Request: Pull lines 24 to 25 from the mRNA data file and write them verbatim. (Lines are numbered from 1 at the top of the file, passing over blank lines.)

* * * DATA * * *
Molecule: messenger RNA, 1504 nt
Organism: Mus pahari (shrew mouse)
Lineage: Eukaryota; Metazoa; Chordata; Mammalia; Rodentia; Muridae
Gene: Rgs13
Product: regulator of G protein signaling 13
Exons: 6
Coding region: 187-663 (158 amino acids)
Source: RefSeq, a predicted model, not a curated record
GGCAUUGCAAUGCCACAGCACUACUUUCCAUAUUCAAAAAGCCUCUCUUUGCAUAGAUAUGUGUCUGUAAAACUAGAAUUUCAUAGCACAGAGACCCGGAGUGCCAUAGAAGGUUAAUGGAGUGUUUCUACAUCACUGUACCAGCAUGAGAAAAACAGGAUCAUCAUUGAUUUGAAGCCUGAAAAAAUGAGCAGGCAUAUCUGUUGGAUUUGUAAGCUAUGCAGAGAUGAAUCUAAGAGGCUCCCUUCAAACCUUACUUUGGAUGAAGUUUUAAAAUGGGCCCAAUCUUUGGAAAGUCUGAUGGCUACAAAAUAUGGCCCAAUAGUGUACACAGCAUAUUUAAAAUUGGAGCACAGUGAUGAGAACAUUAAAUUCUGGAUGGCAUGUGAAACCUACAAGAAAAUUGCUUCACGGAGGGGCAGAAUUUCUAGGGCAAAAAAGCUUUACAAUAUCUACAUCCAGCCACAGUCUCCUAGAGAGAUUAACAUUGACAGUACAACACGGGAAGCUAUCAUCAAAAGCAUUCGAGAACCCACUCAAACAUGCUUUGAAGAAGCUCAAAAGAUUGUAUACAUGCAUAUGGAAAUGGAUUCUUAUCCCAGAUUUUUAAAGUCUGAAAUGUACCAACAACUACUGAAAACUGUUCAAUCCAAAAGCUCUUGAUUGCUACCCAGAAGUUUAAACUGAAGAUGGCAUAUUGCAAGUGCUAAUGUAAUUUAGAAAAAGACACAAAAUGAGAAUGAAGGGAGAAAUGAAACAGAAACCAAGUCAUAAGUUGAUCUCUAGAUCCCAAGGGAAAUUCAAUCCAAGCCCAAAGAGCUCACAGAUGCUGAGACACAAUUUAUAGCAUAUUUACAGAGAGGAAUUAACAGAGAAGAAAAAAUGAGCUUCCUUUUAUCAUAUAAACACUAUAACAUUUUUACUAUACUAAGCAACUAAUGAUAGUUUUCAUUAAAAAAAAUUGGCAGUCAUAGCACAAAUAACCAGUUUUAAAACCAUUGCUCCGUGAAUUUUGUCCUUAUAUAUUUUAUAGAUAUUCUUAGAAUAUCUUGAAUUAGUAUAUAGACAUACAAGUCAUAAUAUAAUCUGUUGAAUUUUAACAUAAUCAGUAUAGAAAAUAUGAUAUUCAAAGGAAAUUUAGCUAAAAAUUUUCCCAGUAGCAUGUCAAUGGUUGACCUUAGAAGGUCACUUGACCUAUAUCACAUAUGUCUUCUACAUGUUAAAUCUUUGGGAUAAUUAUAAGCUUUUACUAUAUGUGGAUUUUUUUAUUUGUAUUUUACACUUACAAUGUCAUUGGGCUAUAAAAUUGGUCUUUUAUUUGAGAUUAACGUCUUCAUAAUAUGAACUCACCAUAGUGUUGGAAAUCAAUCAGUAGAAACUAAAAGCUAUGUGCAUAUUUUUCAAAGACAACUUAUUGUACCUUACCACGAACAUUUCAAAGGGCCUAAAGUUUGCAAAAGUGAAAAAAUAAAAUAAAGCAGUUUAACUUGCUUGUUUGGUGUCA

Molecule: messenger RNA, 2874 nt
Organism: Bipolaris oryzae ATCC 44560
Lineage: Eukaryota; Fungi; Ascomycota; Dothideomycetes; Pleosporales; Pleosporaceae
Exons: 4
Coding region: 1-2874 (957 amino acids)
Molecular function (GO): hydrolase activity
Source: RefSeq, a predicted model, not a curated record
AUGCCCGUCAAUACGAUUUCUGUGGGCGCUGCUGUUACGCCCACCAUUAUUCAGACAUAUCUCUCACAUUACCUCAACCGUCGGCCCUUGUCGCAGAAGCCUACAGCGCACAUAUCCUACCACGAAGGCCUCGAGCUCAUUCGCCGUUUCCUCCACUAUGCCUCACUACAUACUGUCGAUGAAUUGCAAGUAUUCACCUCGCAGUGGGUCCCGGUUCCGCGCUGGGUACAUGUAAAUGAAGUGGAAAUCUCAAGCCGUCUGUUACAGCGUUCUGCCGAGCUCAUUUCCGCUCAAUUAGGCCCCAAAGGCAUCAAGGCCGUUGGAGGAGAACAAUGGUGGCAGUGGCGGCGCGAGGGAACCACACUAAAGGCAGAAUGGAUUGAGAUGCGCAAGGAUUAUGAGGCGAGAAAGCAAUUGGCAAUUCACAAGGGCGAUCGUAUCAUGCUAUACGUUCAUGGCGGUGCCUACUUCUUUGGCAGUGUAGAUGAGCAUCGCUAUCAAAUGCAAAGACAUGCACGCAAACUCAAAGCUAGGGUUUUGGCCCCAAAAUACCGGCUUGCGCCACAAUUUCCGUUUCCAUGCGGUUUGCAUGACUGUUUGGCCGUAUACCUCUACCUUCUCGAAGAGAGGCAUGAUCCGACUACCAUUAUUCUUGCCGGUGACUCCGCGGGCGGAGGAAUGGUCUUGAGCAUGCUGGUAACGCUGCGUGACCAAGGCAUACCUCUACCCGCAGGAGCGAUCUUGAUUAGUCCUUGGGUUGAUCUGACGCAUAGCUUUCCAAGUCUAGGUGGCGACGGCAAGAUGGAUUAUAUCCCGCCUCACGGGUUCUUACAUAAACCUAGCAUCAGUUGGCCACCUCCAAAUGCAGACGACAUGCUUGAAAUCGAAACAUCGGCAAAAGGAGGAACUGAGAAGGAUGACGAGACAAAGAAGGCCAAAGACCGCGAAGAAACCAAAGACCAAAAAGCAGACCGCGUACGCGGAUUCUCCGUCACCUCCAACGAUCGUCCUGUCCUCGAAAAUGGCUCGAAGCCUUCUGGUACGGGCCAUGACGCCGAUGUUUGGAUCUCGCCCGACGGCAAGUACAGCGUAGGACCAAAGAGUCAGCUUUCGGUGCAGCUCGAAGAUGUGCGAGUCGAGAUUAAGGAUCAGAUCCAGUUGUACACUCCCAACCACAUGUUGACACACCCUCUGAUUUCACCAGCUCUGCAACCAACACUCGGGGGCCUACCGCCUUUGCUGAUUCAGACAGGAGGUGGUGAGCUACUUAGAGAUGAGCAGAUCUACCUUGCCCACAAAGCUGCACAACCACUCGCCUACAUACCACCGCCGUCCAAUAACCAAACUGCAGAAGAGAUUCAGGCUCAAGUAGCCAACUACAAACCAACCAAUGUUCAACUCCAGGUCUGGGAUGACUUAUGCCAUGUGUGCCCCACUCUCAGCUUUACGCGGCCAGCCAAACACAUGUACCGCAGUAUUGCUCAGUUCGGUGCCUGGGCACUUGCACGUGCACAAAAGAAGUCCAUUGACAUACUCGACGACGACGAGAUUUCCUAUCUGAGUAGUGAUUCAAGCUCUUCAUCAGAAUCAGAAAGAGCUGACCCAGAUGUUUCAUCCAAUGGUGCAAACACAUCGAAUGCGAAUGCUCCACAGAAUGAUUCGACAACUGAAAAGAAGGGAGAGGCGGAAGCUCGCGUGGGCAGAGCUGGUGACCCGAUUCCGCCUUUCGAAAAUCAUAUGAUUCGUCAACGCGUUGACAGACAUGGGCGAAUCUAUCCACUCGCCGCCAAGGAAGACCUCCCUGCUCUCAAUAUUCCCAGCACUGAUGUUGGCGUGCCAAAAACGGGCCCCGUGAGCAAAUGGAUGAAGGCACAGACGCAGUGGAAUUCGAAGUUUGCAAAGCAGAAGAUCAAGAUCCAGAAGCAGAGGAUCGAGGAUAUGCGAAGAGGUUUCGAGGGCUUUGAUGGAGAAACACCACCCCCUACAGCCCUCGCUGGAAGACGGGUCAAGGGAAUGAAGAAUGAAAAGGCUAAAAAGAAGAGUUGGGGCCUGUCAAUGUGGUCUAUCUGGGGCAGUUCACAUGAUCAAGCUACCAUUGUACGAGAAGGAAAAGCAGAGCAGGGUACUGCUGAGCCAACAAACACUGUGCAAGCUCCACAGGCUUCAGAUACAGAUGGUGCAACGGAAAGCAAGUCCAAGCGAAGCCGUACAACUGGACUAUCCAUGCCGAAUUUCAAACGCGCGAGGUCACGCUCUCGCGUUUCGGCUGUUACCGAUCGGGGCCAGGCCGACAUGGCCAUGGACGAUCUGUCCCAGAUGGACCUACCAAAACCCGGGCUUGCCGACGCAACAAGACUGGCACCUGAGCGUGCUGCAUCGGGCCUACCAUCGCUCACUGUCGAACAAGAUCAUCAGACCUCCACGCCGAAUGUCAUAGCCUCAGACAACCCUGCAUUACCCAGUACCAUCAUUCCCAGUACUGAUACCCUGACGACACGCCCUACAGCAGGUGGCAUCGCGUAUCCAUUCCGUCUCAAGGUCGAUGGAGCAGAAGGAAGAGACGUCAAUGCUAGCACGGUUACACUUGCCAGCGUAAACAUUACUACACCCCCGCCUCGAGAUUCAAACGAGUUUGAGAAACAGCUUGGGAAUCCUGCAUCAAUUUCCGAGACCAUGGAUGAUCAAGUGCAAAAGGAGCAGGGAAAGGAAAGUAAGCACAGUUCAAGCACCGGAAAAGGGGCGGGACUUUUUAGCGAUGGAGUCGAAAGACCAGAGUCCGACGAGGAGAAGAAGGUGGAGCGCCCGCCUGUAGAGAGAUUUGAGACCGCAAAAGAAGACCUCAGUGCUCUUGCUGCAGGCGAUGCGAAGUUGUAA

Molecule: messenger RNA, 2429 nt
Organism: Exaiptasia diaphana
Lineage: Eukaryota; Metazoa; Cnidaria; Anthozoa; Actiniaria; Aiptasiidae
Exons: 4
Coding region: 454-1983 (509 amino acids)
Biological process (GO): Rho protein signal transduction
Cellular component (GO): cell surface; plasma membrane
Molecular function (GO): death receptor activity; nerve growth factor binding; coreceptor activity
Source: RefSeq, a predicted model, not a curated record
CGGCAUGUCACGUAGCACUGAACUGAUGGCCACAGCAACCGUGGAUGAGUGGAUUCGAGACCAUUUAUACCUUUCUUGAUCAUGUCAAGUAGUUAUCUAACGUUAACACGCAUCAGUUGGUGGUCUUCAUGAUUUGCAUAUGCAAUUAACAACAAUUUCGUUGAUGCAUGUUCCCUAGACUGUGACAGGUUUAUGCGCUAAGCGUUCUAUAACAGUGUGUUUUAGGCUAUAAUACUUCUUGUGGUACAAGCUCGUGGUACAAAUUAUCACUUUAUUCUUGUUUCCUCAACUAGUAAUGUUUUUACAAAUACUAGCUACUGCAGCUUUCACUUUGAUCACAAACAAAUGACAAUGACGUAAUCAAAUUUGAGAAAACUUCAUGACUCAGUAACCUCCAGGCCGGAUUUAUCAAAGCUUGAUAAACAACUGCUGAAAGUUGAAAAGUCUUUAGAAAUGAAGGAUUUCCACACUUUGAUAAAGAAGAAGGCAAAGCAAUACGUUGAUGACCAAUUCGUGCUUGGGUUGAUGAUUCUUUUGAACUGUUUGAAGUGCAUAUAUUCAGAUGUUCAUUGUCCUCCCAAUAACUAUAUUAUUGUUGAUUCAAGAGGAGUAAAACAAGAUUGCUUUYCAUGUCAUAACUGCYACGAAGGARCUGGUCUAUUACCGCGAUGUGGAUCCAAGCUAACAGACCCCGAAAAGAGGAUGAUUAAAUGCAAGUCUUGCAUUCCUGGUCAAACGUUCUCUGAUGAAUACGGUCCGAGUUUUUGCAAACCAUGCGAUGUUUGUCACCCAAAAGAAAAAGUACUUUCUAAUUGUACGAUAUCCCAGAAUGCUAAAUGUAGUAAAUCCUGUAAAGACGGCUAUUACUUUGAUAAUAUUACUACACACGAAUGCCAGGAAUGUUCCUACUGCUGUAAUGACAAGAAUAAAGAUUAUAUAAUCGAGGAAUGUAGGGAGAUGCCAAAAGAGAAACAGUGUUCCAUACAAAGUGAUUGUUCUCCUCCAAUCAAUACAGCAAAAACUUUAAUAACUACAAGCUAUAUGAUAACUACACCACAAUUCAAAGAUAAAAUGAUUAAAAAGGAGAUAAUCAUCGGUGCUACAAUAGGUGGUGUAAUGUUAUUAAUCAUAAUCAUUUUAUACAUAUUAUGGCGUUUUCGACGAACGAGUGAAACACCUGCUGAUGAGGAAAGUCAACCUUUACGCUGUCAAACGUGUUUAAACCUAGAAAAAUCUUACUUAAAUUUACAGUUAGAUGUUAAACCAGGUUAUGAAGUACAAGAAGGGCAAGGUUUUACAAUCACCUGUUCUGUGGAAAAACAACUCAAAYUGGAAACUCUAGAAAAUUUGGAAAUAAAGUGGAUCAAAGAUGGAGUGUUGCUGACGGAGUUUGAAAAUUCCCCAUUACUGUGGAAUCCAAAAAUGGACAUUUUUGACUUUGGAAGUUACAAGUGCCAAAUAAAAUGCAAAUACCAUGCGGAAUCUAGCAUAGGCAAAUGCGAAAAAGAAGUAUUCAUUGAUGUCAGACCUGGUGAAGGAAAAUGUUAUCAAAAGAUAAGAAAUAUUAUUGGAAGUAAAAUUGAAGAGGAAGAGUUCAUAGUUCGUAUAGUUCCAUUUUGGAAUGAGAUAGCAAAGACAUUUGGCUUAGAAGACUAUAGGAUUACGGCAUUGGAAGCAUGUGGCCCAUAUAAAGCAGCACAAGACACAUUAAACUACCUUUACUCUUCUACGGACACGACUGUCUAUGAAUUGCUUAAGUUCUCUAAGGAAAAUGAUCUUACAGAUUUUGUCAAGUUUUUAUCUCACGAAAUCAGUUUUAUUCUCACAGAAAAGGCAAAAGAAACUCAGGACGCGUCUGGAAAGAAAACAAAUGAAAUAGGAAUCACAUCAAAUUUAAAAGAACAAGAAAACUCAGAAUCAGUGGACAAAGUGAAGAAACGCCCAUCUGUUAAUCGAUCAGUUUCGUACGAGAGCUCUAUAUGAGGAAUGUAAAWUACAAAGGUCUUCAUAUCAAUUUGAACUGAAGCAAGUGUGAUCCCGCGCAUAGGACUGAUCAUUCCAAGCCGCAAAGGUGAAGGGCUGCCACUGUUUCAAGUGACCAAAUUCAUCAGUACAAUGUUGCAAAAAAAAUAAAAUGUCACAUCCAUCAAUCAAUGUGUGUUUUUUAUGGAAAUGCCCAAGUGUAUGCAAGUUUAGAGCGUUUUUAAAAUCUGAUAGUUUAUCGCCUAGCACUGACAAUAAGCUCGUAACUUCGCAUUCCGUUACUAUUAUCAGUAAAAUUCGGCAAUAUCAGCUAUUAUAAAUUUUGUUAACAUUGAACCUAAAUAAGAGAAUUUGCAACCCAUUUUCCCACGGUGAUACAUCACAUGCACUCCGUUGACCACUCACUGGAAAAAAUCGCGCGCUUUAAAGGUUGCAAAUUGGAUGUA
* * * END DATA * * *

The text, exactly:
Cellular component (GO): cell surface; plasma membrane
Molecular function (GO): death receptor activity; nerve growth factor binding; coreceptor activity